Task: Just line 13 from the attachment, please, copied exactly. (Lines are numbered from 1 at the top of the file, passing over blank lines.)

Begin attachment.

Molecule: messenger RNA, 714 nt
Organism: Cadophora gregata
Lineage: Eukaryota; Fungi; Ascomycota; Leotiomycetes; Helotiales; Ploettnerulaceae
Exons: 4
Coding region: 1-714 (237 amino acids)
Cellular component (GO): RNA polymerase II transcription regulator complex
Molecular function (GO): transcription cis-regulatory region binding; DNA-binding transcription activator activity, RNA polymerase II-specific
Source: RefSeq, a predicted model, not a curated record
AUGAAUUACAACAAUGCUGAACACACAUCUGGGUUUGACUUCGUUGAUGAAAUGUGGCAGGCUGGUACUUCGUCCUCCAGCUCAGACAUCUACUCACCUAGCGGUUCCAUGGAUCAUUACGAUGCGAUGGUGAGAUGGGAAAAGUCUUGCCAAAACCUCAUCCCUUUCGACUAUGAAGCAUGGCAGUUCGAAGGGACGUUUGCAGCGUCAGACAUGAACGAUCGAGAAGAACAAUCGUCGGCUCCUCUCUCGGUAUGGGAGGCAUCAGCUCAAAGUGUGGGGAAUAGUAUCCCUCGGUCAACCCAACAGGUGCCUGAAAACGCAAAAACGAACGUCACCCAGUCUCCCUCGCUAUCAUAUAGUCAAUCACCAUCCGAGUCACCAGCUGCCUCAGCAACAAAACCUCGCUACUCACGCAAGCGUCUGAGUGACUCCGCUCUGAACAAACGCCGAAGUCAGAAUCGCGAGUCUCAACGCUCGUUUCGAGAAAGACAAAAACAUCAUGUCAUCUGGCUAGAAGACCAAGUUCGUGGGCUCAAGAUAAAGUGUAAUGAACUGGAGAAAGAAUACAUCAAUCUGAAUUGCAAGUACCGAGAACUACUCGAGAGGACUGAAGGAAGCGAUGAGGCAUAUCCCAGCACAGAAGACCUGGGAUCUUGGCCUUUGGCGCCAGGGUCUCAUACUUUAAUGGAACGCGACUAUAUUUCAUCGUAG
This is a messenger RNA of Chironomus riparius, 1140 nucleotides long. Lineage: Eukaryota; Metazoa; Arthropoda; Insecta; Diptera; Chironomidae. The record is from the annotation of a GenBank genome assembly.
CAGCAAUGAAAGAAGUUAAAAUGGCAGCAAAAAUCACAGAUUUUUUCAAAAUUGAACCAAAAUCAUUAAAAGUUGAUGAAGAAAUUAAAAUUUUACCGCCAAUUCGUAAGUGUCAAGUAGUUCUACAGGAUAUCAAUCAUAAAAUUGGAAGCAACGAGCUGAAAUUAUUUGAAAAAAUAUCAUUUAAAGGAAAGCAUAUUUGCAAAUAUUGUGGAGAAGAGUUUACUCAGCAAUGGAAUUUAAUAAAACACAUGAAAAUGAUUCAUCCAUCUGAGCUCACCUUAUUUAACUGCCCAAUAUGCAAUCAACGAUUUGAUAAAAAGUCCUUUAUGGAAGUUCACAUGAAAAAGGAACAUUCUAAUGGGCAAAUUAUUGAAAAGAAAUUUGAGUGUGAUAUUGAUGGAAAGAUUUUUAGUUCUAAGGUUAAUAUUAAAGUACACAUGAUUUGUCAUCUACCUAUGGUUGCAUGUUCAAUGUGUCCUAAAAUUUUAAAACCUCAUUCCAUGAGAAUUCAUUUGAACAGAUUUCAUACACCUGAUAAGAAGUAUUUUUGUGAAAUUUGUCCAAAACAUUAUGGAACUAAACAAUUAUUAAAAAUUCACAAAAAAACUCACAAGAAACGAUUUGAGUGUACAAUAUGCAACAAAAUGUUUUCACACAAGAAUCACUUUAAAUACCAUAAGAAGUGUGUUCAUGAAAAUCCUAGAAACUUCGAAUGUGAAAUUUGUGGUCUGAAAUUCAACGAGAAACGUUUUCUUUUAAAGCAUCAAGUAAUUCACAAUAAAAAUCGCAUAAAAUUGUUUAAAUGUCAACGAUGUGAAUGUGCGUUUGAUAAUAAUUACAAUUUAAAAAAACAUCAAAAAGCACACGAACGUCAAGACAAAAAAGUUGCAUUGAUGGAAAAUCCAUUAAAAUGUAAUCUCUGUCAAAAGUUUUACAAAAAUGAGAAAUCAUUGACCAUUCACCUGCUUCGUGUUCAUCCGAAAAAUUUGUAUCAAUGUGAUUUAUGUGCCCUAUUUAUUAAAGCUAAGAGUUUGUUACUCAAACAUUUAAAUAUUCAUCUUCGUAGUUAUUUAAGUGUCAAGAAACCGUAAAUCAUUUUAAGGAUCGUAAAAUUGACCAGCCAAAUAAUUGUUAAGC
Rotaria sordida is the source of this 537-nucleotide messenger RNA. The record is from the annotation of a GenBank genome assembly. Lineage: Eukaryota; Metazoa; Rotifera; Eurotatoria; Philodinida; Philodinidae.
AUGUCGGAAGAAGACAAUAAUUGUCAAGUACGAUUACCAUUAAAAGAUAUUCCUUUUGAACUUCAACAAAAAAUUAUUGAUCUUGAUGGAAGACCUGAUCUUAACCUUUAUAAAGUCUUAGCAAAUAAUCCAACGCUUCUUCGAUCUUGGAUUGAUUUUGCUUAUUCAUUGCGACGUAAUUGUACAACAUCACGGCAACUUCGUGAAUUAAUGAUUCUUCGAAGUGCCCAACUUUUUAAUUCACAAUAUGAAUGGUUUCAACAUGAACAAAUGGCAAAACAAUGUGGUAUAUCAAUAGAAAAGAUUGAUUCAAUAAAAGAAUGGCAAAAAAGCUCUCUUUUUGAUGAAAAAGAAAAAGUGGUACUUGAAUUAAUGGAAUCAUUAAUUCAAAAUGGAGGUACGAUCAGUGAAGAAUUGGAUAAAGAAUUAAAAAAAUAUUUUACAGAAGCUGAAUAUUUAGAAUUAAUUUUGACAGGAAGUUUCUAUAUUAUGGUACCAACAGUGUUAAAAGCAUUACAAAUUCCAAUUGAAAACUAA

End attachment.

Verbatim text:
AUGUCGGAAGAAGACAAUAAUUGUCAAGUACGAUUACCAUUAAAAGAUAUUCCUUUUGAACUUCAACAAAAAAUUAUUGAUCUUGAUGGAAGACCUGAUCUUAACCUUUAUAAAGUCUUAGCAAAUAAUCCAACGCUUCUUCGAUCUUGGAUUGAUUUUGCUUAUUCAUUGCGACGUAAUUGUACAACAUCACGGCAACUUCGUGAAUUAAUGAUUCUUCGAAGUGCCCAACUUUUUAAUUCACAAUAUGAAUGGUUUCAACAUGAACAAAUGGCAAAACAAUGUGGUAUAUCAAUAGAAAAGAUUGAUUCAAUAAAAGAAUGGCAAAAAAGCUCUCUUUUUGAUGAAAAAGAAAAAGUGGUACUUGAAUUAAUGGAAUCAUUAAUUCAAAAUGGAGGUACGAUCAGUGAAGAAUUGGAUAAAGAAUUAAAAAAAUAUUUUACAGAAGCUGAAUAUUUAGAAUUAAUUUUGACAGGAAGUUUCUAUAUUAUGGUACCAACAGUGUUAAAAGCAUUACAAAUUCCAAUUGAAAACUAA